BEMIDJI -- You could say Brandon Erickson had a pretty good first year as owner of Snap Fitness in Bemidji, in spite of a pandemic that shut down the facility for three months.
After working there for almost a decade, the 31-year-old Erickson purchased the business in April 2019 with partner Brian Winter. One year later, it has been honored with the Transformation Award from Snap Fitness corporate. The award recognizes a facility that has remodeled, upgraded equipment and gained membership and revenue from the previous year. It was announced during a virtual worldwide convention last month.
In addition, Erickson received a runner-up award for the corporation’s Rookie of the Year honor.
“It was really cool to see my hard work paying off,” Erickson said after learning of the awards. “I was super excited. We put a lot into the business.”
Erickson grew up in Bagley. After high school he went to school in Iowa to become a personal trainer, then enrolled at Bemidji State University, earning a degree in exercise science and psychology. He began working at Snap Fitness while in college in 2010.
The current Snap facility, located at 3835 Superior Court NW, was built along with Choice Therapy in 2012. When Erickson and Winter became owners last year, they felt it was time for some updates.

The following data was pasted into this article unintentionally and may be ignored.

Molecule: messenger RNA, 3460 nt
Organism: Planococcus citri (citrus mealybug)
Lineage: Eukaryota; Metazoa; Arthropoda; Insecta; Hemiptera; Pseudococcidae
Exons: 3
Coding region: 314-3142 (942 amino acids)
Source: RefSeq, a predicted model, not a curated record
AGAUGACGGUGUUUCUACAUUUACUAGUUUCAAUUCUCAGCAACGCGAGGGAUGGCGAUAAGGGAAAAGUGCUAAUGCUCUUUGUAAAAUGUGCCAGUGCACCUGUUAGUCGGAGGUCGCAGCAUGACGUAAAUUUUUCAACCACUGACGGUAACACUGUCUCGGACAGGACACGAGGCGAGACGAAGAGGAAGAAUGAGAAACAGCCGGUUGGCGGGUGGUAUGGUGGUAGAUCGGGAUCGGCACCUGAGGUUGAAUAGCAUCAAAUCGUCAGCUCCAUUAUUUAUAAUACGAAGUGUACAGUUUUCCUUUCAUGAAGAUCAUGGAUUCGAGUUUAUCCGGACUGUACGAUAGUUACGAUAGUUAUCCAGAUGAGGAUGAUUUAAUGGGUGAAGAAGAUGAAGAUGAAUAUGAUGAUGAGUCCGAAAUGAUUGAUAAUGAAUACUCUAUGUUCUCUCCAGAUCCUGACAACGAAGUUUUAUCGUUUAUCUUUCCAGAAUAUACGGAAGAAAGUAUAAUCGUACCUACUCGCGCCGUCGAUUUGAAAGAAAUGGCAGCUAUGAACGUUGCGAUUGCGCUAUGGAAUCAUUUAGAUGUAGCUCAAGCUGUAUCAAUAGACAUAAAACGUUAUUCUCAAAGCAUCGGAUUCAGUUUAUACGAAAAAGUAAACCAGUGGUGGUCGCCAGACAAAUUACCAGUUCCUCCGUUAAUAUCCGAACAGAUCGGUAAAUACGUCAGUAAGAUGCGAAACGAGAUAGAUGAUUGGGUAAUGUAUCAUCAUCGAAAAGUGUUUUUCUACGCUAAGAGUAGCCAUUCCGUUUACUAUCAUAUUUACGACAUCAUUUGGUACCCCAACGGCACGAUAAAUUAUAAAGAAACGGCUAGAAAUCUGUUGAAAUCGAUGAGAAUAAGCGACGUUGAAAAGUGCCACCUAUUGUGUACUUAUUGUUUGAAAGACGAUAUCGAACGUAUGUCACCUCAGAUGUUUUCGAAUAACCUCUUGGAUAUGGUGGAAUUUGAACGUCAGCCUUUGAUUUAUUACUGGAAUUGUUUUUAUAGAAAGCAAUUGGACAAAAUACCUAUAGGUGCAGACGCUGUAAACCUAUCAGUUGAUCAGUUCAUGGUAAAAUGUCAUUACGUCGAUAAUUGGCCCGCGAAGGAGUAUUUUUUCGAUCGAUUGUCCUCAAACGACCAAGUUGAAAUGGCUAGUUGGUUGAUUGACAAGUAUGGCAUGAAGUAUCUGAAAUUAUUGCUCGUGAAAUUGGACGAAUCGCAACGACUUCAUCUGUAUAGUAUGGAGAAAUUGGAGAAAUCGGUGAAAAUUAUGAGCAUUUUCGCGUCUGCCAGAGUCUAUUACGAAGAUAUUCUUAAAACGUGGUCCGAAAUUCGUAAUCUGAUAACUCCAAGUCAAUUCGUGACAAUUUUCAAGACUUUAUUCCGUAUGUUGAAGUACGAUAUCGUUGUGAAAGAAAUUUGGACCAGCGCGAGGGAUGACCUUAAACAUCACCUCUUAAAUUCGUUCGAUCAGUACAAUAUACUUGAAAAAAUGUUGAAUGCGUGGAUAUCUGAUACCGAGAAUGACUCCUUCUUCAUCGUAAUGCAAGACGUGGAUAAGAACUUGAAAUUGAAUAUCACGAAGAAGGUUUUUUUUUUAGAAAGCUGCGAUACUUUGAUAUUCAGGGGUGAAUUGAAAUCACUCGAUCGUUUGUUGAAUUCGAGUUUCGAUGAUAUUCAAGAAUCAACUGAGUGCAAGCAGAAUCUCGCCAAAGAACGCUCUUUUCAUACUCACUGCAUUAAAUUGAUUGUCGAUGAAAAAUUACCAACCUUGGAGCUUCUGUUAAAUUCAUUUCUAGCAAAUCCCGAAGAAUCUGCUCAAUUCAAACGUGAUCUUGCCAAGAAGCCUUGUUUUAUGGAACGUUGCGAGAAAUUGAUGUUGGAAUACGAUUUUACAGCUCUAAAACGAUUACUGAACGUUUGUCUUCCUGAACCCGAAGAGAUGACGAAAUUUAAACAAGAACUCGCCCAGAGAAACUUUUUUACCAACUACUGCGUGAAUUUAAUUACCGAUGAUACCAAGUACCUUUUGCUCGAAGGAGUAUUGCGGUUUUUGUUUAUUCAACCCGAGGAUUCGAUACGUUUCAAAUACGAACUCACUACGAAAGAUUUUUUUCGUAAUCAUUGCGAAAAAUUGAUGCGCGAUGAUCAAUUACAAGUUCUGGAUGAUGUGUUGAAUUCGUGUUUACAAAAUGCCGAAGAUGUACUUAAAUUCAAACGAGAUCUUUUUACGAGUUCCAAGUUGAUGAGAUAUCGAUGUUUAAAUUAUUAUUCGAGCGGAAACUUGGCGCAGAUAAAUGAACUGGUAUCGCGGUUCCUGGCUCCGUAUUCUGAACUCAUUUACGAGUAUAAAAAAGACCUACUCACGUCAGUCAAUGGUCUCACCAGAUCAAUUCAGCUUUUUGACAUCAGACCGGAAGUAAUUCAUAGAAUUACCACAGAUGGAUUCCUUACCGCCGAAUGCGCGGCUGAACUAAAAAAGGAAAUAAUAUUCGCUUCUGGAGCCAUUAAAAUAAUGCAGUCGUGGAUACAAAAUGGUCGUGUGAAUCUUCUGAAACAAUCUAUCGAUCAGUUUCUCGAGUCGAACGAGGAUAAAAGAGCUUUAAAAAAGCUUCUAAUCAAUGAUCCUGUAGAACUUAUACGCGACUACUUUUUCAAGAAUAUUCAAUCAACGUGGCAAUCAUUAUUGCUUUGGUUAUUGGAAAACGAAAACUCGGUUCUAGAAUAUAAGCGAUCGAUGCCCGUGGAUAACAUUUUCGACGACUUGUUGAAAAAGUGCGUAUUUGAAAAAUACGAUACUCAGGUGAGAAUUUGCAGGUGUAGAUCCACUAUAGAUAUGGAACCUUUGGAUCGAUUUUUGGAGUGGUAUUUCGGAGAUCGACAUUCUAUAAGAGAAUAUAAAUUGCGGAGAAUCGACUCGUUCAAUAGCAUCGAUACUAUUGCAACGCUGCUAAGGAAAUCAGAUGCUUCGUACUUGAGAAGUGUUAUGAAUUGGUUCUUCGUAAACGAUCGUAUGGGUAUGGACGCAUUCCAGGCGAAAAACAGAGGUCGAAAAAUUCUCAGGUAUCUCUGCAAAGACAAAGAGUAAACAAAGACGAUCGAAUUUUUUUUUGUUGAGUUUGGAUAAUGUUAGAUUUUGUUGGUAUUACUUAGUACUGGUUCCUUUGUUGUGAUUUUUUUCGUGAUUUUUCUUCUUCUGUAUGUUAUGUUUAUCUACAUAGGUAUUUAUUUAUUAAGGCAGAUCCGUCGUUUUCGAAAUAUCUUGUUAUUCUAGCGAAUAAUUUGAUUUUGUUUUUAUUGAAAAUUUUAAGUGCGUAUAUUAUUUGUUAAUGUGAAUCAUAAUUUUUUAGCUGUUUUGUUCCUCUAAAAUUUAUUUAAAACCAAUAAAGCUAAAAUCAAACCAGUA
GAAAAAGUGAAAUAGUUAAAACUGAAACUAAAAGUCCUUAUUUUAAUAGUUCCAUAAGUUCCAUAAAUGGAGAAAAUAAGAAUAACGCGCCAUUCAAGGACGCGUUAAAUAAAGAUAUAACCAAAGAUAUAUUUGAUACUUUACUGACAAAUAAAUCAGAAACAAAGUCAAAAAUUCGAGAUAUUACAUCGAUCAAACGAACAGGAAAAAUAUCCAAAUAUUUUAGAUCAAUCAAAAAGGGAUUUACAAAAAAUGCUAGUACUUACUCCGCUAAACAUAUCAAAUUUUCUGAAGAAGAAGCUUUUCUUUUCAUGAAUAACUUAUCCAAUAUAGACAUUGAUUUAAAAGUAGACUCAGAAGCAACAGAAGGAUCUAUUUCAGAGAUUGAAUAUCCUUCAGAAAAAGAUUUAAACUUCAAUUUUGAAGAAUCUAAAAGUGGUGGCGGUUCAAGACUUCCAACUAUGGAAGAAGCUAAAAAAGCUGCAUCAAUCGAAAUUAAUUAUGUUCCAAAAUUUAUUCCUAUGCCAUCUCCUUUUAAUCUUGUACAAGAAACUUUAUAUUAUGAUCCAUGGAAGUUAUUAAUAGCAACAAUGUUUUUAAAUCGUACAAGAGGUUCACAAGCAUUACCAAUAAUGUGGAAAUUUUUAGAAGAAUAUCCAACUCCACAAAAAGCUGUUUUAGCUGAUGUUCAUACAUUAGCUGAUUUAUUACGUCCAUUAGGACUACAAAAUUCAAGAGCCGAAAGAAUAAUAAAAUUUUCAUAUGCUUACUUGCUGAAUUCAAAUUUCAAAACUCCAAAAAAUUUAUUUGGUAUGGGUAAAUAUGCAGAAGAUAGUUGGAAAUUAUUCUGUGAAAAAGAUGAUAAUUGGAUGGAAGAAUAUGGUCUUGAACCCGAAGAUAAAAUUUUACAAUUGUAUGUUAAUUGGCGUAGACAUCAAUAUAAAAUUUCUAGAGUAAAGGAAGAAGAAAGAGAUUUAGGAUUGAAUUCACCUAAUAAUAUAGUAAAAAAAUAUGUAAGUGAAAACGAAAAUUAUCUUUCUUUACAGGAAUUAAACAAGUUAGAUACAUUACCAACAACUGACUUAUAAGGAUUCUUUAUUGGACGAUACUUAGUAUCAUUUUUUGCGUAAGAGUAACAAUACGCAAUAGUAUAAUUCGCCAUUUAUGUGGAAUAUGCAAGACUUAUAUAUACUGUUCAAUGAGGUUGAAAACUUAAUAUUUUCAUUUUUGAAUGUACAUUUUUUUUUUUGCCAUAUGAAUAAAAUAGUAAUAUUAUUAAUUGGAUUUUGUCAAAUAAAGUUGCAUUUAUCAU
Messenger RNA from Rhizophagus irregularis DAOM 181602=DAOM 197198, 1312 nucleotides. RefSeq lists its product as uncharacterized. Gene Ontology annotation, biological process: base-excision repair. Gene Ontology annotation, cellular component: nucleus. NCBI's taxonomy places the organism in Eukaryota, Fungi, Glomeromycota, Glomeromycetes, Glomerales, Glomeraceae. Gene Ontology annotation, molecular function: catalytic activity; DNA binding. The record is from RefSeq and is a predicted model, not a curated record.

“We’ve already bought a ton of new stuff, new equipment,” Erickson said. “I’m kind of a freak, I make sure nothing is ever broken. If there’s a pulley that needs replacing I order it right away. I just can’t stand things being out of order. I can fix most things myself. My family has always been into cars, dirt bikes and 4-wheelers. Ever since I started working here, anything that breaks I try to tear apart and fix.”
One thing he couldn’t fix was the shutdown. From March 16 through June 10, Snap Fitness was closed as the coronavirus pandemic struck. That shutdown gave Erickson time to oversee a deep cleaning and some additional touch ups to the facility.
The reopening “was kind of shocking,” he said. “It was one of our best Junes we’ve ever had, and we were only open for part of the month. It was awesome to see everyone excited to get back out and socialize at the gym. We had a lot of people coming back excited to get back into it.”
He said some of the nearly 1,000 members have not returned, primarily older people who are being extra careful.
“The biggest hit we’ve taken is probably the older folks who don’t really trust everything yet,” Erickson said. “We’re pretty strict on all the cleaning. It’s super clean, super safe. The only thing that scares them is other people coming in if they have (COVID-19). It’s tough to be in a crowd, more than anything.”
In addition to running the business, cleaning and making sure the equipment is in good shape, Erickson continues to do personal training with around 20 clients each week. That’s how he started in the business. He said while he appreciates being recognized by corporate for the facility’s success, he most enjoys meeting and working with members.
“I’ve always wanted to do this,” he said.